Example: [Collected on the Internet, 2000]
THE GREAT POLICE OFFICER
Well, Mr. Citizen, it seems you've figured me out. I seem to fit neatly into the category where you've placed me.
I'm stereotyped, standardized, characterized, classified, grouped, and always typical. Unfortunately, the reverse is
From birth you teach your children that I'm the bogeyman, then you're shocked when they identify with my traditional
You accuse me of coddling
You may take an hour for lunch and several coffee breaks each day, but point me out as a loafer for having one cup. You pride yourself on your manners, but think nothing of disrupting my meals with your troubles.
You raise hell with the guy who cuts you off in traffic, but let me catch you doing the same thing and I'm picking on you. You know all the traffic
You shout "foul" if you observe me driving fast to a call, but raise the roof if I take more than ten seconds to respond to your complaint.
You call it part of my job if someone strikes me, but call it police brutality if I strike back. You wouldn't think of telling your dentist how to pull a tooth or your doctor how to take out an appendix, yet your always willing give me pointers on the law.
You talk to me in a manner that would get you a bloody nose from anyone else, but expect me to take it without batting an eye.
You yell something's got to be done to fight crime, but you can't be bothered to get involved.
You have no use for me at all, but of course it's OK if I change a flat for your wife, deliver your child in the back of the patrol car, or perhaps save your son's life with mouth to mouth breathing, or work many hours overtime looking for your lost daughter.
So, Mr. Citizen, you can stand there on your soapbox and rant and rave about the way I do my work, calling me every name in the book, but never stop to think that your property, family, or maybe even your life depends on me or one of my buddies.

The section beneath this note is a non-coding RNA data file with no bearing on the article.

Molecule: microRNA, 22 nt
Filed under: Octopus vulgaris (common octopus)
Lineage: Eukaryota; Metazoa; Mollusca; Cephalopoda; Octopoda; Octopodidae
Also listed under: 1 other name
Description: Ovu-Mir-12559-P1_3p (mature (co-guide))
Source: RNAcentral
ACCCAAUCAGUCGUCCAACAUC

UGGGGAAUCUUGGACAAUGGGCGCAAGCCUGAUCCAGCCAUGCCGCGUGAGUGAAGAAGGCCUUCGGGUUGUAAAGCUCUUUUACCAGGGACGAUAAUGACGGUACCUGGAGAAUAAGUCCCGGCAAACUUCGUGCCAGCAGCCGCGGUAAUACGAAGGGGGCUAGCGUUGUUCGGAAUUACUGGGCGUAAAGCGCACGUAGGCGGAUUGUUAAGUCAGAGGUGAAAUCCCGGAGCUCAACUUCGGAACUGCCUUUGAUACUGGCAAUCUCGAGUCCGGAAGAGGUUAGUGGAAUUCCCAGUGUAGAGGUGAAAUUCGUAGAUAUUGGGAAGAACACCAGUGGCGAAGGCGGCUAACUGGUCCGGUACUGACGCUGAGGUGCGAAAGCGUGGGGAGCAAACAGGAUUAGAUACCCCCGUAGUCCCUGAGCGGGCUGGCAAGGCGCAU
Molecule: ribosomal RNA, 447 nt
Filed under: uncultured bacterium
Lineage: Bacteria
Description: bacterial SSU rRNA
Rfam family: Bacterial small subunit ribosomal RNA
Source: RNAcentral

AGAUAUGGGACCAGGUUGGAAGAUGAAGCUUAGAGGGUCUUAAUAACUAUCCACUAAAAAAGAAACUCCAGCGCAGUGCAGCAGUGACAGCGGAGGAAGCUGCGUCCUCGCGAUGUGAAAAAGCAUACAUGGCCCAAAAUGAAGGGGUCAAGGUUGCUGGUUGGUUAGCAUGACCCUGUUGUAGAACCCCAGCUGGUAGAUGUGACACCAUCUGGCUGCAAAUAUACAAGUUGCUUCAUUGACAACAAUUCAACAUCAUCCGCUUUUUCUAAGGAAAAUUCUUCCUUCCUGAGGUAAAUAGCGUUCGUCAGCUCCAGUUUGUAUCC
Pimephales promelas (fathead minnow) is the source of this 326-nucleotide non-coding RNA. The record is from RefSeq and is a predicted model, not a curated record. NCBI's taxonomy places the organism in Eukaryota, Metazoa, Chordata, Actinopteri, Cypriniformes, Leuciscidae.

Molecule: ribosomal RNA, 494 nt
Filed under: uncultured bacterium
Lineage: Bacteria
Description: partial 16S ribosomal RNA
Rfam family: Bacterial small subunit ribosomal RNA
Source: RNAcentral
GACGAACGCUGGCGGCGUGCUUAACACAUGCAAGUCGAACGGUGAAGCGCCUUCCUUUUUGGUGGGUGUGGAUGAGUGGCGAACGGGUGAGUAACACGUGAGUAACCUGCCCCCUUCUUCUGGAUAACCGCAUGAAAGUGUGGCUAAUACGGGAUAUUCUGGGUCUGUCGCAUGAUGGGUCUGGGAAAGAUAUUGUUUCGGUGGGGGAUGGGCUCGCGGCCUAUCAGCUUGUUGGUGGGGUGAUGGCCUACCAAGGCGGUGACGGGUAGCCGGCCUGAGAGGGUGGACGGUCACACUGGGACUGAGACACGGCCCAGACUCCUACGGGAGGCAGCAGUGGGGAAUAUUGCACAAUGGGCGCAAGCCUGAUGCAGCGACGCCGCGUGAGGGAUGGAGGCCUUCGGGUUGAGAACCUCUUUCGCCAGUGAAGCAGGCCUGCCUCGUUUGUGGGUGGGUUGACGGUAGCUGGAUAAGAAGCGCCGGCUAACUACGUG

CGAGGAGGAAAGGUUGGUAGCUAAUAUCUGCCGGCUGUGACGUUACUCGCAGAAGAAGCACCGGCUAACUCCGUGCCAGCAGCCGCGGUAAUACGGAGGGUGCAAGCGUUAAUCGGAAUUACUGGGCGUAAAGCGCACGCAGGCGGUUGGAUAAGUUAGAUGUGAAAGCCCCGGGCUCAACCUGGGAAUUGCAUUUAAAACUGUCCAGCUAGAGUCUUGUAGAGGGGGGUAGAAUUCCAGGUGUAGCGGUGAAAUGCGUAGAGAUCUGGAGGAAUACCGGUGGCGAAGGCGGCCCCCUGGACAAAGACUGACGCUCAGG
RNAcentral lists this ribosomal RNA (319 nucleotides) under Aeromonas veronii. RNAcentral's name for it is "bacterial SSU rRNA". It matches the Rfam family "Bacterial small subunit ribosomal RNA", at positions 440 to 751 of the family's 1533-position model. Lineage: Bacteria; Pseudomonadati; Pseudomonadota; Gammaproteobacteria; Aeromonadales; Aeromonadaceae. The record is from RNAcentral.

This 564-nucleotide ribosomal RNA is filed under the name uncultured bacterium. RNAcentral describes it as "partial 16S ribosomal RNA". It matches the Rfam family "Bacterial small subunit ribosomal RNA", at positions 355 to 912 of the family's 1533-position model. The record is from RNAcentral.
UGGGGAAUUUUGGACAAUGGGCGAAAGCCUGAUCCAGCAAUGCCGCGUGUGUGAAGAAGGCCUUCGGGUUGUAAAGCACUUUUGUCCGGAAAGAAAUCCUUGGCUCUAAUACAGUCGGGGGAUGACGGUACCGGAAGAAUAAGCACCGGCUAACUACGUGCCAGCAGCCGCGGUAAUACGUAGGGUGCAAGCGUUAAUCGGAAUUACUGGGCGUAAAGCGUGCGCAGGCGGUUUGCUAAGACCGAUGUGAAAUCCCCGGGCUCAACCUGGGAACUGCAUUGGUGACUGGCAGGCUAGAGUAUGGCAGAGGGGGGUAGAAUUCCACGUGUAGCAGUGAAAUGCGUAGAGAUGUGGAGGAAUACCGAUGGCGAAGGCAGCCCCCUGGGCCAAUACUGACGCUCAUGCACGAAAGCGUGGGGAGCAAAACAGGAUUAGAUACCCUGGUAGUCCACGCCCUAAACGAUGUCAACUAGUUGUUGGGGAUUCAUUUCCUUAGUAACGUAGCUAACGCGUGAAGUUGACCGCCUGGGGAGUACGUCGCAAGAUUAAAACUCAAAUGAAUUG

Yes, Mr. Citizen, it's
The author of this article was Trooper Mitchell Brown of the Virginia State Police. He was killed in the line of duty two months after writing the article.
Origins: Whether or not this essay was actually written by a policeman (or accurately reflects the public image of the cop on the beat), the glurgirific coda has been made up for added poignancy.
In December 1999, Bill Johnson of the Denver Rocky Mountain News ran the piece in his column, attributing it to Trooper Mitchell Brown of the Virginia State Police. He printed a retraction a couple of days later when it turned out there was no such officer with that law enforcement agency.
The item was indeed written by someone in law enforcement. It appeared under the byline of Frank Hibbs and James Hibbs in the August 1986 issue of Police Product News, its authors identified as "patrol officers in the Midwest."
Last updated: 25 April 2008
Hibbs, Frank and James Hibbs. "Me, The Lousy Cop." Police Product News. August 1986. Johnson, Bill. "The Policeman's Job Reconsidered." Denver Rocky Mountain News. 1 December 1999 (p. A6). Johnson, Bill. "Fictitious Trooper's Message Remains." Denver Rocky Mountain News. 3 December 1999 (p. A6). Roberts, Michael. "The Man Who Wasn't There." Denver Westword. 9 December 1999.